When you are on tour do you have any rituals that you like or any certain ways that you keep in shape on the road?

I do. I’m an old sportsman so I need to keep my body in shape in different ways just exercising either if it’s running or doing yoga or swimming or this kind of stuff. And it’s usually quite easy to do in the states because the weather is usually nice so it’s easy to go out and do your exercise. That’s really, really important for me, otherwise if you wouldn’t take care of your body, it would be really hard to be able to do these kind of long stretches. So that’s one thing, you need to keep yourself in good condition, and also it helps mentally, not only physically. When it comes to rituals or routines regarding the show there’s not really many, for me, it’s just getting backstage early enough and make sure your fingers are warm. Then there’s all the mandatory routines like preparing your in ear monitors and getting them ready for you and stuff like that. But there’s no exciting rituals or anything like that and of course guitar players and drummers, they have their very strict routine about warming up they usually do about one and a half hours, one hour before the show, and that’s their ritual.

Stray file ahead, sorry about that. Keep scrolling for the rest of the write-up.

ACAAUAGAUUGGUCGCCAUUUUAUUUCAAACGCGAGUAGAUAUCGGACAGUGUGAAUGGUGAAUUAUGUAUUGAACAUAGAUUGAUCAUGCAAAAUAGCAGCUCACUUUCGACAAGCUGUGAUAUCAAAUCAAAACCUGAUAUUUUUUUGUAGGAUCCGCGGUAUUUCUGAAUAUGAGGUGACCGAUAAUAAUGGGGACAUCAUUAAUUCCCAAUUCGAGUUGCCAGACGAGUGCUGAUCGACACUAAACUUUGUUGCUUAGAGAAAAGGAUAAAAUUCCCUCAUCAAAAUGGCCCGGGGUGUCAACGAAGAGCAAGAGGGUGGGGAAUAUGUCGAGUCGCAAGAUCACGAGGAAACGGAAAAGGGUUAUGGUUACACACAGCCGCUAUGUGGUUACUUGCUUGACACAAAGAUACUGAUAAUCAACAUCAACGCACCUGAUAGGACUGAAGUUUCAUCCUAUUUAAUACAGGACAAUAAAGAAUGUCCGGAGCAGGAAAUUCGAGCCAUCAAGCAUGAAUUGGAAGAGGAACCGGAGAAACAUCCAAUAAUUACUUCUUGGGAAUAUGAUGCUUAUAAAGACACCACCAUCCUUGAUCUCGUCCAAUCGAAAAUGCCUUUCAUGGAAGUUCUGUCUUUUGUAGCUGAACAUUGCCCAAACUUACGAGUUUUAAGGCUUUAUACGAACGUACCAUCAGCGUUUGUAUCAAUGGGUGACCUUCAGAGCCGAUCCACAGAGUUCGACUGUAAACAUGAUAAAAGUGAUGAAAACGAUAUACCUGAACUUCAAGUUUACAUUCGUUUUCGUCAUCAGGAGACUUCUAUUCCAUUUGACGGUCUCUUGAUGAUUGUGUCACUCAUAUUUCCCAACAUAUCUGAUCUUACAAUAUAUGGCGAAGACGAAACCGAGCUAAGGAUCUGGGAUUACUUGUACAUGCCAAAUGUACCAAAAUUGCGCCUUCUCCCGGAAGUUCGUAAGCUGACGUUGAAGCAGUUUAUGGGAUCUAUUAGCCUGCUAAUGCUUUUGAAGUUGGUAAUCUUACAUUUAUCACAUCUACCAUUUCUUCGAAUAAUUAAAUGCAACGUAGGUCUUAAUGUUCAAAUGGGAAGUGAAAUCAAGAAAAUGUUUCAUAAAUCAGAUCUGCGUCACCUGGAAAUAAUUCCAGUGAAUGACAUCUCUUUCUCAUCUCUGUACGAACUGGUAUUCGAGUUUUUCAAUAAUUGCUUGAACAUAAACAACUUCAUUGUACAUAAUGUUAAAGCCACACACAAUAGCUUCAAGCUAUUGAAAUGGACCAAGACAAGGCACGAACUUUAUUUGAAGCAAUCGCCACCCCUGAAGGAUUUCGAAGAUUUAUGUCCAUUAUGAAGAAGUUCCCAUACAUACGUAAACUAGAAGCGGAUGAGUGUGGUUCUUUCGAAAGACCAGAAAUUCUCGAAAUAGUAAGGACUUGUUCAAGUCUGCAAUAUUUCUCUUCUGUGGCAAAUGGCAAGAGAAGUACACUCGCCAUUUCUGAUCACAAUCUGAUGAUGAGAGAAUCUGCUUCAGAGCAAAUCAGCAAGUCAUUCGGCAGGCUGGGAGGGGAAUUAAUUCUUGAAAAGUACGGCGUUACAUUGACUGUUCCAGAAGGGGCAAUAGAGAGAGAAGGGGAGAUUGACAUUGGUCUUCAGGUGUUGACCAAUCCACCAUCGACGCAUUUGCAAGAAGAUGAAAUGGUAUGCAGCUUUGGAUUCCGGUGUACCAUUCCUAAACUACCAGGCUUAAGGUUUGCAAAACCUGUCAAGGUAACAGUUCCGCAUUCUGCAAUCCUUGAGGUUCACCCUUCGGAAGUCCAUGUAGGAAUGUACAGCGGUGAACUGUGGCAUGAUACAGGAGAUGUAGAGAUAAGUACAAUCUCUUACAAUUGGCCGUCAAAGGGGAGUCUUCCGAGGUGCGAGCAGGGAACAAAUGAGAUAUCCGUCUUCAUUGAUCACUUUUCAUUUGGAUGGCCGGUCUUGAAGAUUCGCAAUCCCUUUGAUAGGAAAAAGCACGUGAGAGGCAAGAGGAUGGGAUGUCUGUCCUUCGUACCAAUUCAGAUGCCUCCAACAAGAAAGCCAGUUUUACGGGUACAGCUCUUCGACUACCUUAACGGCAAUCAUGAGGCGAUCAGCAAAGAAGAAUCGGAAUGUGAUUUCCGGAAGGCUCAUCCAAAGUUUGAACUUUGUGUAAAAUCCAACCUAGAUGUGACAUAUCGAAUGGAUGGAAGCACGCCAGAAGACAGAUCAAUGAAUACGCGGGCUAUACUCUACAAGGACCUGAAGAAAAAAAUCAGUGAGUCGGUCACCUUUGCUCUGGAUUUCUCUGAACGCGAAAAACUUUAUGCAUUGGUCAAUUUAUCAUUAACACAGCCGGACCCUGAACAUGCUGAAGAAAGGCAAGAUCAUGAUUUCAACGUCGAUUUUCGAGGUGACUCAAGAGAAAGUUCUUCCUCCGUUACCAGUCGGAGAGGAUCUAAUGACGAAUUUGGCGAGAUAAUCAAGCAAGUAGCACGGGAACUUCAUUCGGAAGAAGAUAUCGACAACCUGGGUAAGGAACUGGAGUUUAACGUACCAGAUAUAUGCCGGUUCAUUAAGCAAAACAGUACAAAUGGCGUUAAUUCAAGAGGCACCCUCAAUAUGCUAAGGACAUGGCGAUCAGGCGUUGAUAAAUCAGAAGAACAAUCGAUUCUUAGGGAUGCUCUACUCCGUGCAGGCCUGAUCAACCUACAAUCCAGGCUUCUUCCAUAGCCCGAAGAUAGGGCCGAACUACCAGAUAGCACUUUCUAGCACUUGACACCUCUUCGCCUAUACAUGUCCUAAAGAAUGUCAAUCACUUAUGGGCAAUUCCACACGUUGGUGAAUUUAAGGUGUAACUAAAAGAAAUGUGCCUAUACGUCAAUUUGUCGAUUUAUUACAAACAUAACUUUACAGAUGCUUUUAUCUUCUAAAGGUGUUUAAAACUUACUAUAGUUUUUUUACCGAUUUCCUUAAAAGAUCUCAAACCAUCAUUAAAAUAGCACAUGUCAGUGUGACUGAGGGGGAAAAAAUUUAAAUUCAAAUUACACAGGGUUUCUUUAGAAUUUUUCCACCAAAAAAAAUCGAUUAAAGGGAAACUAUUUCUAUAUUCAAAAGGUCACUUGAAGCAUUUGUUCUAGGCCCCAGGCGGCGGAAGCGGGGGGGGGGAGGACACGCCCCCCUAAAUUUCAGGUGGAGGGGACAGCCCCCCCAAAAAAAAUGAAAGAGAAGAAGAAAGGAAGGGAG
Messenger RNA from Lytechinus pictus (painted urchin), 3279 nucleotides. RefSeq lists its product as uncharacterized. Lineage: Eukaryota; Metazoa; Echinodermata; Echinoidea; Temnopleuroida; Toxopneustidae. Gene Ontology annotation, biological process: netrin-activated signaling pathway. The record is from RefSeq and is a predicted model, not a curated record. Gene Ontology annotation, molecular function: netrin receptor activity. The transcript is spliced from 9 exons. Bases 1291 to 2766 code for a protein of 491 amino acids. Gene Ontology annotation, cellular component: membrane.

Okay, last question. And again I really want to thank you for your time. Who is your favorite band right now?

I’ve been saying the same thing for about two years already, I would say it’s Gojira. They have a really really unique sound at the moment, something that I haven’t been able to hear from any other bands lately so something fresh and something new that still kicks you in the butt so I’m still going with Gojira.

That’s a great pick. Thank you so much for talking with us and we will see you at Irving Plaza at the end of the tour.

Thank you, see you there. Thanks for having me and I’ll see you soon.

 

Children Of Bodom will begin touring in Quebec, Canada on March 13th. They will make their way across North America and Canada before returning to Europe ending in St Petersburgh, Russia on October 18th. Check out their North American tour dates with Swallow the Sun and Wolfheart here

Check out Children of Bodom’s new music video for “Platitudes And Barren Words”